Estrogen levels tied to risk for sudden cardiac death in study

Estrogen levels tied to risk for sudden cardiac death in study
Tests reveal higher concentration of the sex hormone in women and men.

(HealthDay)—Higher levels of the hormone estrogen are associated with an increased risk of sudden cardiac death in men and women, a new study suggests.

can occur when the heart suddenly and unexpectedly stops beating (sudden cardiac arrest). Each year in the United States, more than 350,000 people die of sudden cardiac death.

Researchers examined data from people in Portland, Ore., who suffered sudden cardiac death or had . Tests of plasma taken at the time of death or during a doctor's visit indicated that both groups had a similar proportion of common heart risk factors such as diabetes, obesity, high blood pressure and high cholesterol.

But levels of testosterone were much lower among men and slightly higher among women in the sudden cardiac death group compared to those with coronary artery disease, according to the study, which is scheduled for presentation Friday at the annual meeting of the Heart Rhythm Society in Denver.

The researchers also found that were much higher and the testosterone-to-estrogen ratio was lower in both men and women who suffered sudden cardiac death. This did not, however, prove a cause-and-effect link between higher estrogen levels and sudden cardiac death.

The findings could help identify patients at risk for and death, Dr. Sumeet Chugh, associate director for genomic cardiology and director of the Heart Rhythm Center at the Cedars Sinai Heart Institute in Los Angeles, said in a Heart Rhythm Society news release.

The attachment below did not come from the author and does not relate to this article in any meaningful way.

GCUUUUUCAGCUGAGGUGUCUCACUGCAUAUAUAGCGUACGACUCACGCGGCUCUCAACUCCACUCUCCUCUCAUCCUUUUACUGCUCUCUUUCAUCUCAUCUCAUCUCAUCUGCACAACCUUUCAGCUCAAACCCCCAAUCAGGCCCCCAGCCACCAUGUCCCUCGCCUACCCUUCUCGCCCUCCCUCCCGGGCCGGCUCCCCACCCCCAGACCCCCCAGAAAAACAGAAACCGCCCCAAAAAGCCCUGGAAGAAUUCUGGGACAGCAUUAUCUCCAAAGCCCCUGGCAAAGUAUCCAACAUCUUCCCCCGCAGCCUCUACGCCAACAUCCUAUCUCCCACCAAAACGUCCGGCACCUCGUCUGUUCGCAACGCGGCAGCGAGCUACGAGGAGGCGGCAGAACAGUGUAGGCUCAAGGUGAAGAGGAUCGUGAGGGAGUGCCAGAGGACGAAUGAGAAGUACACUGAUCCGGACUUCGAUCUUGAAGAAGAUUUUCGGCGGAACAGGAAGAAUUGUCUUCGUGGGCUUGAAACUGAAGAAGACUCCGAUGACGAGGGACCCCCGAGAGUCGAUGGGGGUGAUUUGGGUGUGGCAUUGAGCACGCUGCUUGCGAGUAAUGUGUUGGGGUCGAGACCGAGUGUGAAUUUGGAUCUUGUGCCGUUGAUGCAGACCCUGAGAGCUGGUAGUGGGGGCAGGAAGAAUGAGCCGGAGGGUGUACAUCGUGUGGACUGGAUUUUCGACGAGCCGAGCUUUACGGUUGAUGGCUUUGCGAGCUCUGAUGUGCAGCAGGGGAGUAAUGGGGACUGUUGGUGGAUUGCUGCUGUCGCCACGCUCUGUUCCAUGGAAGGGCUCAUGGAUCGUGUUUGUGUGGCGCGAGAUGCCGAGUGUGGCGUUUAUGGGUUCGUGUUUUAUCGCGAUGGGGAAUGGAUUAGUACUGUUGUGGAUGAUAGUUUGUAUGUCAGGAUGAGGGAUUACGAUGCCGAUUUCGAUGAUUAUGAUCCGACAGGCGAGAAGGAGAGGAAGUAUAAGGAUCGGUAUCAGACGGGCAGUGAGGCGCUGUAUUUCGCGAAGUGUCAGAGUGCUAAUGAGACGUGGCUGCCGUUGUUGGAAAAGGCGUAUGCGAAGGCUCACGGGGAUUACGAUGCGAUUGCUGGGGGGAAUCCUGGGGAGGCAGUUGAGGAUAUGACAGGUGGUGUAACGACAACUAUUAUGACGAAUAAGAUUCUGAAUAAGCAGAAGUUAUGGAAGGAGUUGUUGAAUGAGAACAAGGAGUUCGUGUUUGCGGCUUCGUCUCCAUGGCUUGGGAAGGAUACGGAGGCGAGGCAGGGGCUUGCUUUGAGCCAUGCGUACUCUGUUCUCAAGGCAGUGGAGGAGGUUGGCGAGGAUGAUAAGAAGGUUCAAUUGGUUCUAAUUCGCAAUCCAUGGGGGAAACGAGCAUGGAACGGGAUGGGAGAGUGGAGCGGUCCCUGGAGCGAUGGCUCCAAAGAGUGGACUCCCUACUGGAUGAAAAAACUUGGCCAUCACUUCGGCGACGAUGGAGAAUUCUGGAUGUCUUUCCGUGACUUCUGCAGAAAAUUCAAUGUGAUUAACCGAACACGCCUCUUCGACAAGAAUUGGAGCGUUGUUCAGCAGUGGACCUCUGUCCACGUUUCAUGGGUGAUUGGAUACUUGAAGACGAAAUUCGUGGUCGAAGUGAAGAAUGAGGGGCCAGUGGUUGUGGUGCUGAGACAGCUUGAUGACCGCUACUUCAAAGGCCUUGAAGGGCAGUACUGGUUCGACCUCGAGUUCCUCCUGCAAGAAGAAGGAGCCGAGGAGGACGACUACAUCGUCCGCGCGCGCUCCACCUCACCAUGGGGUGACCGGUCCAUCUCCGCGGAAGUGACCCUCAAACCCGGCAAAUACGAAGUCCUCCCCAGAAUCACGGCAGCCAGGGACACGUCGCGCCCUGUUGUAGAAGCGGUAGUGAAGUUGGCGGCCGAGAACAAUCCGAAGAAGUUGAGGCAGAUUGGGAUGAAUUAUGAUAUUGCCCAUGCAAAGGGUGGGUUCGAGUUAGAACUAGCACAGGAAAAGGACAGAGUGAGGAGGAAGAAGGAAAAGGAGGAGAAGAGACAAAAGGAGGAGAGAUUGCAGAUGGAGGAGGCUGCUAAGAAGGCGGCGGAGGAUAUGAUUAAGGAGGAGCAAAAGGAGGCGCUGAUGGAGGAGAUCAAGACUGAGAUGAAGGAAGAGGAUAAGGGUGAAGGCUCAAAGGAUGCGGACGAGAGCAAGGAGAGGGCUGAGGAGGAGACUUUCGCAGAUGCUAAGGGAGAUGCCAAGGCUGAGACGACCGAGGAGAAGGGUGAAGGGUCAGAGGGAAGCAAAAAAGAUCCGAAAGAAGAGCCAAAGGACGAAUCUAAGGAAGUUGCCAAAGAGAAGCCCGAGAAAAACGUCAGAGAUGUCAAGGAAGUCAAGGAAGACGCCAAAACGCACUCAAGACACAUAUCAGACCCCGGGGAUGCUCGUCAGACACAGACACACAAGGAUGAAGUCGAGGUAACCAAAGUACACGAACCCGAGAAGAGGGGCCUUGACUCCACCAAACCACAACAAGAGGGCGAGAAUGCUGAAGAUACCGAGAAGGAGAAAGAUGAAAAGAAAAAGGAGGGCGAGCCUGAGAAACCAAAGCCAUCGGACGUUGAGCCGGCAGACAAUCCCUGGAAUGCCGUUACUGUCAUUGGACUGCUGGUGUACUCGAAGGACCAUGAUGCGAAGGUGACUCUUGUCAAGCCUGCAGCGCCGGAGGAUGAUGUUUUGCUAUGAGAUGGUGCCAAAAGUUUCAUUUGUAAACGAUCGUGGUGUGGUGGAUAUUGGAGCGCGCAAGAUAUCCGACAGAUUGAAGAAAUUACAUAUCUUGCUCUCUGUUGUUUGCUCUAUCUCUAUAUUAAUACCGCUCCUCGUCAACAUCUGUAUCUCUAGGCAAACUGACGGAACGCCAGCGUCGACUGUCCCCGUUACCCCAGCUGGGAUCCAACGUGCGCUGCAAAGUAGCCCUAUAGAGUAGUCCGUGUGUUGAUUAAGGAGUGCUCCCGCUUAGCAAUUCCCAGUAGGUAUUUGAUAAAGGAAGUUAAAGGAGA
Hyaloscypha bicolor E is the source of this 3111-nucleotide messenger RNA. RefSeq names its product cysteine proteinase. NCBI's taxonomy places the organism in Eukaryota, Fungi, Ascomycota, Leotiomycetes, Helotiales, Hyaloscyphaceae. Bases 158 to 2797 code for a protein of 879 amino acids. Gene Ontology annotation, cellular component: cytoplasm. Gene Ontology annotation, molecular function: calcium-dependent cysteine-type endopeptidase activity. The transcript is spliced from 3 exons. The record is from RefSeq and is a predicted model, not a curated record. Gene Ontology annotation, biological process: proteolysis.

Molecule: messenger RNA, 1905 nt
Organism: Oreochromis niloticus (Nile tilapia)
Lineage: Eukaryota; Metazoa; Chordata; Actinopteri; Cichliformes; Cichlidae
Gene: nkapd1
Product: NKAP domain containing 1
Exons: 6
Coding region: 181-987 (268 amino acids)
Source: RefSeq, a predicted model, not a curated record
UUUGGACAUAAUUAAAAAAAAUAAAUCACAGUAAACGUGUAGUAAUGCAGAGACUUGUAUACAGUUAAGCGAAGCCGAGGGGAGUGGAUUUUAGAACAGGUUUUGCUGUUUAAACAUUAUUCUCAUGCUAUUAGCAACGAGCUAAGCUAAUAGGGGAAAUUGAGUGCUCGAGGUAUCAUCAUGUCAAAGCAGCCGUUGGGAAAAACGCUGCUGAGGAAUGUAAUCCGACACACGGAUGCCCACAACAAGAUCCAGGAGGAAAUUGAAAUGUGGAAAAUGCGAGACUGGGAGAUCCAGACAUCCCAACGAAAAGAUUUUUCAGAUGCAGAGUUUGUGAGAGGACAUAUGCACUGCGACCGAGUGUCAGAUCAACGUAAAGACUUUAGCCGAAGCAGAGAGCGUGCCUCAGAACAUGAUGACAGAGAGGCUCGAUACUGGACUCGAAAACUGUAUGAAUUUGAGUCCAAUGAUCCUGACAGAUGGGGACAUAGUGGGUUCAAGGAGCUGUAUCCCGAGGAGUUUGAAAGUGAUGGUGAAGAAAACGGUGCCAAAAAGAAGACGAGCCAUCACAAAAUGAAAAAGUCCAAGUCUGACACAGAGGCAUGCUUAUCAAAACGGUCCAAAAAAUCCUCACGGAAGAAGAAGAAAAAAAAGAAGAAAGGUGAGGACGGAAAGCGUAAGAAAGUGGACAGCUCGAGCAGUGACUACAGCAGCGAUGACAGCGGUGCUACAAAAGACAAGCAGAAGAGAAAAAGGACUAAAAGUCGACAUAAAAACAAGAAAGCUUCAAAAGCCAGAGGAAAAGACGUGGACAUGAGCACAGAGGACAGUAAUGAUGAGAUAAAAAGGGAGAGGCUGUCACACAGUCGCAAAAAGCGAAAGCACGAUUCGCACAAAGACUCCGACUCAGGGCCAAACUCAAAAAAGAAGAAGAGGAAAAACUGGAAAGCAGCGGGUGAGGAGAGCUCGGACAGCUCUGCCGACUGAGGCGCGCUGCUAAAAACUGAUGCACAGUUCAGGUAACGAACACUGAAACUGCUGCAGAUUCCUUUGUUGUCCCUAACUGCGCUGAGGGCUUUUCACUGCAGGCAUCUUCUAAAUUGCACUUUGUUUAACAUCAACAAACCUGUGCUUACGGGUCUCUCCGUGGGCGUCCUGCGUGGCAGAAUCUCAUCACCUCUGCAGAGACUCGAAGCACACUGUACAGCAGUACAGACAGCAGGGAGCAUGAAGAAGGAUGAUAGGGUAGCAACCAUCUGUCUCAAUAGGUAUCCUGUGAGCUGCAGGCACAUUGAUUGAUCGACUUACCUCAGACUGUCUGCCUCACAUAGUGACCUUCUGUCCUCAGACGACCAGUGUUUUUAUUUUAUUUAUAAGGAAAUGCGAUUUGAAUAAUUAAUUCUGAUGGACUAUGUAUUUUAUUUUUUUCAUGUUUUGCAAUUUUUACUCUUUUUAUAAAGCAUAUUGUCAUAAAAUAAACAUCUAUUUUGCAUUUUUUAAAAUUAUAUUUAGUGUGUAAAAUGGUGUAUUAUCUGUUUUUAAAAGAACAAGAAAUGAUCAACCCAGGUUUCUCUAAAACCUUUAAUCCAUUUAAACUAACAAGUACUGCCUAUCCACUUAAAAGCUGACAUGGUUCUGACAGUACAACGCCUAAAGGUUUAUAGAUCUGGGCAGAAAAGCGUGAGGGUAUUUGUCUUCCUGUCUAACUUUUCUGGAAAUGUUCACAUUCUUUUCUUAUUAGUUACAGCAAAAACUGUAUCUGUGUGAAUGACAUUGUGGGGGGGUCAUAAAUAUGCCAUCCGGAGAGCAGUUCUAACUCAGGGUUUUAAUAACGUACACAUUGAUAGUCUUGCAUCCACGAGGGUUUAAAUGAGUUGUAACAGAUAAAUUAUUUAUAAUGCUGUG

Studies presented at meetings are considered preliminary until published in a peer-reviewed medical journal.

More information: The U.S. National Heart, Lung, and Blood Institute has more about sudden cardiac arrest.

Related Stories

Recommended for you

Cognitive impairment predicts worse outcome in heart failure

date 5 hours ago

Cognitive impairment predicts worse outcome in elderly heart failure patients, reveals research presented today at Heart Failure 2015 by Hiroshi Saito, a physiotherapist at Kameda Medical Centre in Kamogawa, Japan. Patients ...

1950s drug is future heart treatment

date May 22, 2015

Oxford University researchers have found a promising future treatment for heart disease, going back to a drug first developed in 1950.

Time is muscle in acute heart failure

date May 21, 2015

Urgent diagnosis and treatment in acute heart failure has been emphasised for the first time in joint recommendations published today in European Heart Journal.

User comments

Please sign in to add a comment. Registration is free, and takes less than a minute. Read more

Click here to reset your password.
Sign in to get notified via email when new comments are made.